Small, cheap, body-on-frame 4X4 SUVs are pretty much a thing of the past. Today’s Nice Price or Crack Pipe S10 Blazer happens to be just such an old-school off-roader. Let’s see if its price will get it a pass.
Jay Leno once told me that, out of his vast selection of exotic, esoteric, and classic cars, the one his wife liked the best was his stodgy old 1925 Baker electric. Back when the Baker was new, electric cars did prove popular with genteel folks of either gender as they were easier to operate, didn’t require cranking, and didn’t smell like a hot fart.
Today, pretty much everybody but an oil company exec loves electric cars. That was shown yesterday in the comments on our 2012 Mitsubishi i-MiEV electric, which many of you praised for its size and efficiency. At $4,050, that former college kid commuter also proved a likable deal, earning a narrow but decisive 55 percent Nice Price win.
Not everybody can do electric cars quite yet. There are those of us living in nearly 100-year-old abodes with 100-amp 110-volt electrical service and we just don’t see home charging as a time-effective option at the moment.
Then there’s all the folks living in apartments with no home charging options at all, as well as those who, for whatever reason, like to live “off the grid.” Do you know what grid they’re talking about? I have to assume part of it has got to be the one that provides electricity.
For all of those folks, today we have this 1993 Chevrolet S-10 Blazer four-door SUV. And if you’re into this but still jonesing to live in the future, well, this truck has a super cool and very futuristic digital dash.
The ‘90s Blazer was, as the name implies, based off the S10 mini truck. First made available as a two-door sport truck in 1983, the line was expanded to include a quattroporte version beginning with the 1991 model year. That was Chevy’s answer to Ford’s wildly successful Explorer SUV and featured a six and a half inch-longer wheelbase than the two-door. Chevy hedged their bets a bit by styling the four-door truck to look like a two-door, effectively blending the rear door window into the side glass.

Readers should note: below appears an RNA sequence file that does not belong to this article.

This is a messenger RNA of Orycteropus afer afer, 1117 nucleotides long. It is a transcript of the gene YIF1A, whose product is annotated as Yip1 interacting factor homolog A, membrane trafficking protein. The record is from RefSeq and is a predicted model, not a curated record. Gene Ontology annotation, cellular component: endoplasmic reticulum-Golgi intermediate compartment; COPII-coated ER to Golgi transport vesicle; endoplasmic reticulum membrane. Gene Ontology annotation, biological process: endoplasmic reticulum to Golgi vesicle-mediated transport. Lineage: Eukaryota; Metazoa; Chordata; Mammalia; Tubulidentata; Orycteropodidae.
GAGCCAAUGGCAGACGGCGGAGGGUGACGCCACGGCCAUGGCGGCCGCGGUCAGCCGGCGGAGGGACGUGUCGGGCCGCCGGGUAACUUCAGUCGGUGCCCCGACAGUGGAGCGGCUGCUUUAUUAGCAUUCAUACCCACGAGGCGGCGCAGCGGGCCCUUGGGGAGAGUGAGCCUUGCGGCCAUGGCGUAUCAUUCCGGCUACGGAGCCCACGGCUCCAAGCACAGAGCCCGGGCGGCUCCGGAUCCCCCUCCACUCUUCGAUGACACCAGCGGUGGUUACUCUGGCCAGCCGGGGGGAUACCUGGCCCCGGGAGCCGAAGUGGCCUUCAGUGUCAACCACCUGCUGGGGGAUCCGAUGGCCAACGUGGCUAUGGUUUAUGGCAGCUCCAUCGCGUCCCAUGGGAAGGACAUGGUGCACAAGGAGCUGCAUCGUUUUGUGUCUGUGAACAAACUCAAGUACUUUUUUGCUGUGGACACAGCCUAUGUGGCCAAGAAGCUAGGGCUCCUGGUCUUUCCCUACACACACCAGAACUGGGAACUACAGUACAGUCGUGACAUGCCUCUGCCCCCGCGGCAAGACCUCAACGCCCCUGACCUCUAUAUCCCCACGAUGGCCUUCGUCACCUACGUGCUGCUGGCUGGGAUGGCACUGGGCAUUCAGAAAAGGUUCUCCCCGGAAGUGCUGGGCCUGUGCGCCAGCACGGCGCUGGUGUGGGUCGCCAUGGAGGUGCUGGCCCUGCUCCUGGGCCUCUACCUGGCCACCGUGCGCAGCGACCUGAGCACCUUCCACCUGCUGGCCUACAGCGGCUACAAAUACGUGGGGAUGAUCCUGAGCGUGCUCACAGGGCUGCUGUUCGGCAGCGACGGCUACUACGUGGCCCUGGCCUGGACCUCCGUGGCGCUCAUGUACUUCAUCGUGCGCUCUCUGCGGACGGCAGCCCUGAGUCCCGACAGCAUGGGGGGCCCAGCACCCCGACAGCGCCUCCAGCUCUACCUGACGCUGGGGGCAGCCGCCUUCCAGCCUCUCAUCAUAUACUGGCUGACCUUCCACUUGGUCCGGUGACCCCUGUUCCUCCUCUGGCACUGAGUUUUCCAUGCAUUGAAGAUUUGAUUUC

This Blazer comes to us in Standard Red over a grey mouse fur interior and with over 220,000 miles on the clock. The ad says it’s equipped with “all the options except for leather,” which at this point in time is a plus since ‘90s leather never seems to hold up very well.
The bodywork looks reasonably solid, although there are signs of rust poking through on the door edges and the rockers. This is a body-on-frame design so it could theoretically be Swiss cheese and still be drivable. Breezy, but drivable.
There’s an external spare placement in back, which is the pop-up headlights of the SUV crowd as it’s something you just don’t see on new trucks all that much anymore. Some of the side door window trim is wonky but other than that it doesn’t seem all that bad. Plus, bug deflector!
The interior is really nice and that vacuum florescent display dash is said to be in fine shape with the exception of the odometer. There’s a small industry in repairing ‘80s and ‘90s digital dash components so that shouldn’t be impossible to correct if it makes you crazy.
Under the hood lies a 4.3-litre Vortec V6. These put out 160 horsepower standard but could be had with a 200-ponies as an option. If you can tell which one this is, you’ll get a gold star for the day.
Whatever the output, the seller claims that the engine, along with the 4-speed automatic and transfer case were rebuilt by a previous owner. An electronically-shifted transfer case divvies up the output to the front and back axles. It’s all said to run without issue now and farts through an aftermarket cat-back exhaust.
Other mods here include a Rough Country lift kit and new Goodyear Wrangler tires on 18-inch Camaro wheels. The seller says the Blazer was their daily driver until they purchased a new car. Now they’re kicking it to the curb. A clean title and the promise that it “runs and drives very good” complete the truck’s list of enticements.
Okay, well maybe there’s one more enticement to consider, that being the price. We’ll just have to see. The seller is asking $2,500 for the truck and at first glance that does seem like a lot of car for the money.
The question for you, however, is whether or not that’s a good deal considering the age, the minor rust, and just how clunky these trucks were to begin with. What do you think, could this Chevy be worth that $2,500 asking as it sits? Or, would you have to lit to pay that much for this Blazer?
H/T to S. Faux for the hookup!
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